Ronan Keating: 'I'm saying I'm sorry for the affair, but the outcome is I found Storm'
Published 06/02/2016 | 07:27
RONAN Keating isn't someone you'd imagine has struggled with confidence issues. There are the 45 million records he's helped sell; the enduring boy band good looks; and the easy charm. There's also the fact he entered the Guinness Book of Records in 2007 as the first artist to achieve 30 consecutive top 10 UK singles.
So it's somewhat surprising when the Boyzone singer insists: "I've always been quite an insecure person."
Then again, this blond son of a truck driver and hairdresser from north Dublin is not the unreflective type. When we meet for a hot drink at Grind Coffee Bar, the elegant cafe he co-owns in Putney, south-west London, he's in introspective mode, touchingly honest and open about the vicissitudes of his 38 years.
He is, it seems, in a good place right now. Not just musically - he's launching what he calls a coming-of-age album - but romantically, too.
The headlines that followed his 2009 affair with a Boyzone backing singer when he was married to Yvonne Connolly - the mother of his three children - have been replaced by stories of new nuptials, this time to the Australian TV producer Storm Uechtritz.
"I'm happier than I've ever been," he says. "Storm makes me feel secure. It's very refreshing. I haven't had that before. I've always had to work to feel reassured, to feel secure, and that's not nice because you don't know where you stand. I put up a front to make people think I had all of this confidence in myself, which I didn't."
Keating's son Jack (16) was best man at his wedding last August and his daughters Missy (14) and Ali (10) were maid of honour and flower girl. He even prevailed on his friend and fellow pop star Ed Sheeran to surprise his bride by singing at the reception at Archerfield House, a country retreat in West Lothian, Scotland.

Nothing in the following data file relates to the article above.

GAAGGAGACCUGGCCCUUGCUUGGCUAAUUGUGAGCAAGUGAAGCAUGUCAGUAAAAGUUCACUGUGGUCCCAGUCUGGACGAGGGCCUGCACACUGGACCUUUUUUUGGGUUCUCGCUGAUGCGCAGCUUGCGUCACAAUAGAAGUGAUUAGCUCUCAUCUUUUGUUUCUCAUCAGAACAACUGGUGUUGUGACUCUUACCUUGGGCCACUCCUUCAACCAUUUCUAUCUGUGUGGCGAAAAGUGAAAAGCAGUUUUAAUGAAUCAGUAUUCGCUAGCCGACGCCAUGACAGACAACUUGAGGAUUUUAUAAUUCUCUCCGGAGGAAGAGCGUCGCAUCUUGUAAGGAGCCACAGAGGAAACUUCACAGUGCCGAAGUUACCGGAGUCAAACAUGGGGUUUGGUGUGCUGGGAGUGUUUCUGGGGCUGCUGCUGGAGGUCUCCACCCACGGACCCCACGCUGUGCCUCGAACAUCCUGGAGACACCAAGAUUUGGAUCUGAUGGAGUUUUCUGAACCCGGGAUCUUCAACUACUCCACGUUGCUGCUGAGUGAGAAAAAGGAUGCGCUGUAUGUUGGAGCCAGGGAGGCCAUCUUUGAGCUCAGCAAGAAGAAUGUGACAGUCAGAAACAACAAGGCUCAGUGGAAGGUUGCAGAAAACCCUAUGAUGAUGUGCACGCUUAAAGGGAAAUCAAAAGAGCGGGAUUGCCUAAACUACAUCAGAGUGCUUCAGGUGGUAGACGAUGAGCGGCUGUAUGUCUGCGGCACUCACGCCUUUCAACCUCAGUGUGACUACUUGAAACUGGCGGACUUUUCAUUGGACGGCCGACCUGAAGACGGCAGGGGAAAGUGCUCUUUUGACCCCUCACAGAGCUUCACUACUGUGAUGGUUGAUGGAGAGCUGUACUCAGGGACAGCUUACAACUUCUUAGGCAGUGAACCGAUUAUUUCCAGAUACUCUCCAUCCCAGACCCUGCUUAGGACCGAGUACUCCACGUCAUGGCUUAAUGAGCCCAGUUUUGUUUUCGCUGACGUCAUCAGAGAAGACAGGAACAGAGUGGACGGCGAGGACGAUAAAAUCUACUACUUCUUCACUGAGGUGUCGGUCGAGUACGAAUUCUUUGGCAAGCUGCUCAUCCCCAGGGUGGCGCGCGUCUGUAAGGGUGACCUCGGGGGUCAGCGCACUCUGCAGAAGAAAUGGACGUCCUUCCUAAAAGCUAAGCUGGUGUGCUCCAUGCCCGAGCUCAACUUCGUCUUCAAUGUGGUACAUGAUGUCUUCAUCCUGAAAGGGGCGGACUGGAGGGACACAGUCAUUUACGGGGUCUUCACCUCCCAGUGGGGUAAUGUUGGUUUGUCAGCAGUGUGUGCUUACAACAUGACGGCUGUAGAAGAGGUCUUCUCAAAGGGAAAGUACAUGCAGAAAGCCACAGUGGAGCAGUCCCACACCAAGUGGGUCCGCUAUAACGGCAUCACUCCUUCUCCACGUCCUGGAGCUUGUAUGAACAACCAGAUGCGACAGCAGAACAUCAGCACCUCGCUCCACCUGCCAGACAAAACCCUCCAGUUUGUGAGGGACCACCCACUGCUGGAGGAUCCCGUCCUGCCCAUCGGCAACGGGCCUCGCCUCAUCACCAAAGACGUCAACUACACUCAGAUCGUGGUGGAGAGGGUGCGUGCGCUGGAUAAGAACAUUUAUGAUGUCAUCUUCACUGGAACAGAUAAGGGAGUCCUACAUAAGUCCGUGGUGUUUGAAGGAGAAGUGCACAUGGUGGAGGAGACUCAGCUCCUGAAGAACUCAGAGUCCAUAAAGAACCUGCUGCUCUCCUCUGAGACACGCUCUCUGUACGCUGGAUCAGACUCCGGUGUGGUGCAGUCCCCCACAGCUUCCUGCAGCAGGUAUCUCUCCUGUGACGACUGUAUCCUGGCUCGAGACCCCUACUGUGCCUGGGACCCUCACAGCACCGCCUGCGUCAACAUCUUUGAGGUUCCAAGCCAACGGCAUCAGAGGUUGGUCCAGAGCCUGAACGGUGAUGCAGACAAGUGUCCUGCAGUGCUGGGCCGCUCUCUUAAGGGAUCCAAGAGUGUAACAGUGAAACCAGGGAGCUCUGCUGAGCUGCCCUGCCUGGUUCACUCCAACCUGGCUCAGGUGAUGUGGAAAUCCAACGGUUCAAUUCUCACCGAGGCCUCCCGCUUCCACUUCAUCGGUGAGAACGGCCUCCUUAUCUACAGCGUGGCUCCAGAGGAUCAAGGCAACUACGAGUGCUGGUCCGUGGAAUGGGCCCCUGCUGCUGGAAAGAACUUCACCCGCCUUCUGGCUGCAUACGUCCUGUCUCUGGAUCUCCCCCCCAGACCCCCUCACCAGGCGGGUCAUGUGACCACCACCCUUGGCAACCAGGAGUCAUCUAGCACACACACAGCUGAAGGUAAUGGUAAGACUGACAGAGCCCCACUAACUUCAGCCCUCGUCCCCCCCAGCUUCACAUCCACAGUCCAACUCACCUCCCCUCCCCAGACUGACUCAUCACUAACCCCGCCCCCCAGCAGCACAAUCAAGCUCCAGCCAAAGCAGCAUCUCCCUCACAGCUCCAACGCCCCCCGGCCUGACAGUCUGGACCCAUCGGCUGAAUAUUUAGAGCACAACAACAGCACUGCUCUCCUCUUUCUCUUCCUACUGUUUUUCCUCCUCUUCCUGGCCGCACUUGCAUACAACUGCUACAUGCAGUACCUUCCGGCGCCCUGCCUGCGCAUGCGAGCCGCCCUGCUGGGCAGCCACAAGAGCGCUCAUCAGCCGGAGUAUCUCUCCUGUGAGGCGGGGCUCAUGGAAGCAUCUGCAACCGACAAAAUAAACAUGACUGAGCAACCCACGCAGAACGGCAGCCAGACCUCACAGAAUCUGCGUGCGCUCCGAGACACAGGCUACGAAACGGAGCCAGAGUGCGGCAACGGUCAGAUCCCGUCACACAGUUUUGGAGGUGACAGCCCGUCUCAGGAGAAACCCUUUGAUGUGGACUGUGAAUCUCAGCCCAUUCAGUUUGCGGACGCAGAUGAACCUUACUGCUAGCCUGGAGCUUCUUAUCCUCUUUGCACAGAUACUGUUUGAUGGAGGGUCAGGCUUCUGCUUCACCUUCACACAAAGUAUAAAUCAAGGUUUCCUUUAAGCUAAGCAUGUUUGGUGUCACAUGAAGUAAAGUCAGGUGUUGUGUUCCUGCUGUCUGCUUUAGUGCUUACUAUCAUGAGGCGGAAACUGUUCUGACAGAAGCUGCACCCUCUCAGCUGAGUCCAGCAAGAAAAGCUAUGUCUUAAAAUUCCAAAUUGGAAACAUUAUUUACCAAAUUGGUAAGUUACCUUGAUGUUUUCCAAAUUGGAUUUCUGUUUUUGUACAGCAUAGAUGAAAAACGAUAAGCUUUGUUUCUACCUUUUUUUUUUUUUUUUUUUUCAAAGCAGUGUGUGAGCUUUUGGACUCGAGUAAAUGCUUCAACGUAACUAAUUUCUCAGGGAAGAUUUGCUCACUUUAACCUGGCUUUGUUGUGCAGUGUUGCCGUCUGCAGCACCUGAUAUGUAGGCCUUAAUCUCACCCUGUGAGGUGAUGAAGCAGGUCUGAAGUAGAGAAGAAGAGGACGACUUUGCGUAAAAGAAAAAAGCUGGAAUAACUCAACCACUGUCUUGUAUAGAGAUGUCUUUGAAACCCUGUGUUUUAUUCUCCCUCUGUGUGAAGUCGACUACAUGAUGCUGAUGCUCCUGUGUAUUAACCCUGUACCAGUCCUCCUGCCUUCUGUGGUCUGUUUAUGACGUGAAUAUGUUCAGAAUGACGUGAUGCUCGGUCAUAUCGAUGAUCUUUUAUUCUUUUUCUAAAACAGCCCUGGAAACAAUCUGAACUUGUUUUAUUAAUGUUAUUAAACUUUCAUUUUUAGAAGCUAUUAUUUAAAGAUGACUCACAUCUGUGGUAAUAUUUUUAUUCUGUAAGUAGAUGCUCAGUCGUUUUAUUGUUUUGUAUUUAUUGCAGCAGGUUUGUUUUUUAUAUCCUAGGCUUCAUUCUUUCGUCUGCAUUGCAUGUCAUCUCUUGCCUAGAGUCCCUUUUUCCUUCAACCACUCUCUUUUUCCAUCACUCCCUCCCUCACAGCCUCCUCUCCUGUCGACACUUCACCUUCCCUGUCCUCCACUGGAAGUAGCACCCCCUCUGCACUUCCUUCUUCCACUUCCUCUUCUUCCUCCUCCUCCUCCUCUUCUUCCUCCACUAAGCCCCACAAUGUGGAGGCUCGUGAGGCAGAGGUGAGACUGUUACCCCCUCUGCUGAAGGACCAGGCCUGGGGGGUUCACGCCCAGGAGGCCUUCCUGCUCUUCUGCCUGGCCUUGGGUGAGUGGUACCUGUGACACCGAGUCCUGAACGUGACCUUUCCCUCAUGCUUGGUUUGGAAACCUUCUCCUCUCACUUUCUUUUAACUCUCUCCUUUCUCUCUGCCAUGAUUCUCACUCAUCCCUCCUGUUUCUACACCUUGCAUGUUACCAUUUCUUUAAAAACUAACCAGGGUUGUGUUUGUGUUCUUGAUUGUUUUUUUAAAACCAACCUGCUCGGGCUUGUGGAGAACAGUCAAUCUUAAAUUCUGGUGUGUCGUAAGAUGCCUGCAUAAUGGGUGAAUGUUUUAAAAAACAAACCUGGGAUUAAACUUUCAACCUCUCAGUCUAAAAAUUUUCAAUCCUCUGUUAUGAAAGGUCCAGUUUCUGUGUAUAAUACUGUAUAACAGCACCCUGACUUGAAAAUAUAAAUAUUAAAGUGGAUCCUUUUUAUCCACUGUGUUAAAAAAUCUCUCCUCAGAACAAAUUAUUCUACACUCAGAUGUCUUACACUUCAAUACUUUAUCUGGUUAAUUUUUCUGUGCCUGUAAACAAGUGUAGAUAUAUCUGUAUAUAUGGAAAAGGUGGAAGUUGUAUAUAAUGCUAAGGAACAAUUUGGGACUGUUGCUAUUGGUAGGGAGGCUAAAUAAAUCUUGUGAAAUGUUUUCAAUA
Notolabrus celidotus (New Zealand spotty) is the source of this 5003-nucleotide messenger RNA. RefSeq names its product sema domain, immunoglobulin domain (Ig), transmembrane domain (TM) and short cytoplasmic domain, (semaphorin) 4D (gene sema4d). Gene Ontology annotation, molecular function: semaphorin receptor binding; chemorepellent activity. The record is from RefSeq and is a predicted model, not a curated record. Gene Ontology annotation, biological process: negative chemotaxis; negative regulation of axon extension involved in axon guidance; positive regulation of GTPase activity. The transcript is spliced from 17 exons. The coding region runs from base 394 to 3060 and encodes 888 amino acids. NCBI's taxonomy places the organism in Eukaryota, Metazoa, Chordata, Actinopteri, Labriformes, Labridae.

The children are at school in Dublin and live with their mother, but although he is London-based, he sees them every other weekend. "I'm hands on," he says. "We have conversations about what we've come through as a family. I'm a good dad. I'm proud of that."
He first introduced his children to Storm in Australia, where the couple initially became friends on the set of the Australian X Factor in 2010. "They love her," he says. "I spoke to the kids about getting married and they were incredible: 'Yes dad, whatever makes you happy.' I asked Storm to marry me and then got the four of us together and we said, 'Storm will you marry us?'"
It's hard, of course, not to feel for Connolly. Does he feel guilty about the affair?
"Nobody should have an affair," he says. "If you're man enough to have the balls to go home and say, 'Sorry, this isn't working any more', that's the ideal situation, isn't it?
"But we're weak. We don't do that. So yes, I hurt people and I am sorry for that hurt, but the outcome is I found Storm and I'm very grateful. But I'm saying I'm sorry."
Losing his mother to cancer when she was 51 and he was just 20 hit Keating hard. She had lived to see his teenage success with Boyzone, but when she died, he lost his "rock".
"I lost my way and got married very young. I looked for that figure in my life, I needed somebody," he says.